|From Jore Bungalow Monastery|
Jore Bungalow is a nondescript town about 9 kilo-meters from Darjeeling. It clings to a ridge from which a small road veers off to the left, winding its way several thousand feet down to Kalimpong and Sikkim. At this junction, another smaller road winds up towards the famous view point of Tiger Hill. Hindu's come from far and wide to witness the sun rise from this vantage point, where it is said a flash of green light can be seen at the very moment the sun lifts above the horizon.
From this place also, on a clear day, one has an unimpeded view of the Himalayan mountains, right across to Mount Everest in Nepal.
In the 1960's soon after the Chinese invaded Tibet, my teacher Chadral Rinpoche rebuilt a small temple here and established the very first three year retreat center in India. He would visit regularly, often slipping in unannounced and staying quietly a few days, before word would get out that he was 'in town'. Then the crowds would begin to arrive from Darjeeling and surrounds, all eager to receive his blessings, teachings and advice. It would be crowded for a few days, then things would settle down again, and the visitors taper off to a more manageable trickle.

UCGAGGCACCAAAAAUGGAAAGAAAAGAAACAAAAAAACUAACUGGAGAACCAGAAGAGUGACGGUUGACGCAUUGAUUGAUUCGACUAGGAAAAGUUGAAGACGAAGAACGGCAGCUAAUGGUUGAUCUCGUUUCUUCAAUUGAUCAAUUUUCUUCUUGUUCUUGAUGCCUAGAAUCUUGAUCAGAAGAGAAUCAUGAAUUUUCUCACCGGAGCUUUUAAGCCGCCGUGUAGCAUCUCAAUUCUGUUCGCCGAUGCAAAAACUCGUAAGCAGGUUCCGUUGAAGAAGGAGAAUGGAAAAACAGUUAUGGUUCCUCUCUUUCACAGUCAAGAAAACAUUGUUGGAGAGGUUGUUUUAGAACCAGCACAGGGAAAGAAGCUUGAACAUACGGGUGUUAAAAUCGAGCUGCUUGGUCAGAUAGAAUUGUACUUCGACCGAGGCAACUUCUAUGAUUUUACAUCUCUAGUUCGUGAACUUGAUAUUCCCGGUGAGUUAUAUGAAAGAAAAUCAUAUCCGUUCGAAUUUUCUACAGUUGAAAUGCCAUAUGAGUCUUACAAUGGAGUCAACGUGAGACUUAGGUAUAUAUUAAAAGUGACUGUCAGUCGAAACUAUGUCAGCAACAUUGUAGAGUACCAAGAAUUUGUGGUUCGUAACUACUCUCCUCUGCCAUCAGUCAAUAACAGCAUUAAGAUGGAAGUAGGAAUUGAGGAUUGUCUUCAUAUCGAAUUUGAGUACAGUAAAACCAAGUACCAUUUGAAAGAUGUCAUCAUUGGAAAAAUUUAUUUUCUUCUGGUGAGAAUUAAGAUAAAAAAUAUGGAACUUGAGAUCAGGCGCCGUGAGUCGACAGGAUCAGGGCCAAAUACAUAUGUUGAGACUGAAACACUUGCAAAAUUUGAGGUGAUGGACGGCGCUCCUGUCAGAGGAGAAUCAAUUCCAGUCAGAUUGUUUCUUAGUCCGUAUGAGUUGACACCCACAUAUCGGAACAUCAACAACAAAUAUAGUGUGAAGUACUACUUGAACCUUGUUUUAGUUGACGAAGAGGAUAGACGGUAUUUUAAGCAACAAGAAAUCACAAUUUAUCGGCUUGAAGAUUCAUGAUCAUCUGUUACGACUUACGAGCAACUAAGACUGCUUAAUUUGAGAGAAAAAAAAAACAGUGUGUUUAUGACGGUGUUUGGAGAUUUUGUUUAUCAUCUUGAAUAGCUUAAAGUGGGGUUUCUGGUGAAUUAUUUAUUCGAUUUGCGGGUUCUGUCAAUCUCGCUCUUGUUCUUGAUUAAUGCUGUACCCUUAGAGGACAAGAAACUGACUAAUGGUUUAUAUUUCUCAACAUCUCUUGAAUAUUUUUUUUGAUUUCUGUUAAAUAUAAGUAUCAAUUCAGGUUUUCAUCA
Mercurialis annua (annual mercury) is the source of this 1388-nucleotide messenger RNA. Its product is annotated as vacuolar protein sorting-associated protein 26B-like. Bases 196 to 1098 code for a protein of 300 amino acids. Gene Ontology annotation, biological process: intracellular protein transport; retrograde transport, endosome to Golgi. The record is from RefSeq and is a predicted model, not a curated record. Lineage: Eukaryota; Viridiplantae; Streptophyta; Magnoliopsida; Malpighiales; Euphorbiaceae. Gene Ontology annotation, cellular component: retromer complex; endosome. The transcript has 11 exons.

During one of Rinpoche's visits, my friends Uncle, Kunzang, decided to pay his respects, as was always his custom when the Lama came to Jore Bungalow. He waited a few days for the crowds to subside and then spruced himself up one morning and donned his best Tibetan jacket, filled his wallet, bought some cakes and a ceremonial scarf of greeting, and boarded the local jeep. This was a dilapidated old dzongkar, that was packed to bursting. Four people squeezed into the front seat, that should normally accommodate only two. Four more, plus a few children sat in the second row, and finally in the back, four or five unfortunate fellows were pushed in along with bags of rice, vegetables, and the odd, live chicken or two.
The old crate would then fire up and puff along the road somewhat like the toys trains that chugged up and down the tracks. If one survived that bumpy, windy ride without vomiting, one would never the less emerge from the old jeep somewhat rumpled, shaken and grey around the gills.
However the good, and uncomplaining folk of Darjeeling were well acquainted with inconvenience and various other kinds of discomfort and somehow adapted themselves to these little trials. After this, there was a fifteen minute vertical climb at 7,500 feet and rising, to the Gompa...
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